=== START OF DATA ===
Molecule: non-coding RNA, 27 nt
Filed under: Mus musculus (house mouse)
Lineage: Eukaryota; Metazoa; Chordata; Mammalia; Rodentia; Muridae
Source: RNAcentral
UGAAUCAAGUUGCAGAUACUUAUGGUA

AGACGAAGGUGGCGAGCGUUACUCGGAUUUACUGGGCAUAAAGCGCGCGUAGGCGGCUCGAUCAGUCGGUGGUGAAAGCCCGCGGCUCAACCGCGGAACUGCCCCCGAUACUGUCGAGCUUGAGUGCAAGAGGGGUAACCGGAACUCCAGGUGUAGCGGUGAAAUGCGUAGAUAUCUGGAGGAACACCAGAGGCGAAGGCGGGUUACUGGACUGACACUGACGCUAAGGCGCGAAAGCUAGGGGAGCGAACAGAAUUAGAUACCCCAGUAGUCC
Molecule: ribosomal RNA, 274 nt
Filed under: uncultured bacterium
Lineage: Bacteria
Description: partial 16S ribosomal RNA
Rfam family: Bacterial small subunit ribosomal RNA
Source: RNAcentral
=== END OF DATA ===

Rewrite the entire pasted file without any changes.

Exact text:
Molecule: non-coding RNA, 27 nt
Filed under: Mus musculus (house mouse)
Lineage: Eukaryota; Metazoa; Chordata; Mammalia; Rodentia; Muridae
Source: RNAcentral
UGAAUCAAGUUGCAGAUACUUAUGGUA

AGACGAAGGUGGCGAGCGUUACUCGGAUUUACUGGGCAUAAAGCGCGCGUAGGCGGCUCGAUCAGUCGGUGGUGAAAGCCCGCGGCUCAACCGCGGAACUGCCCCCGAUACUGUCGAGCUUGAGUGCAAGAGGGGUAACCGGAACUCCAGGUGUAGCGGUGAAAUGCGUAGAUAUCUGGAGGAACACCAGAGGCGAAGGCGGGUUACUGGACUGACACUGACGCUAAGGCGCGAAAGCUAGGGGAGCGAACAGAAUUAGAUACCCCAGUAGUCC
Molecule: ribosomal RNA, 274 nt
Filed under: uncultured bacterium
Lineage: Bacteria
Description: partial 16S ribosomal RNA
Rfam family: Bacterial small subunit ribosomal RNA
Source: RNAcentral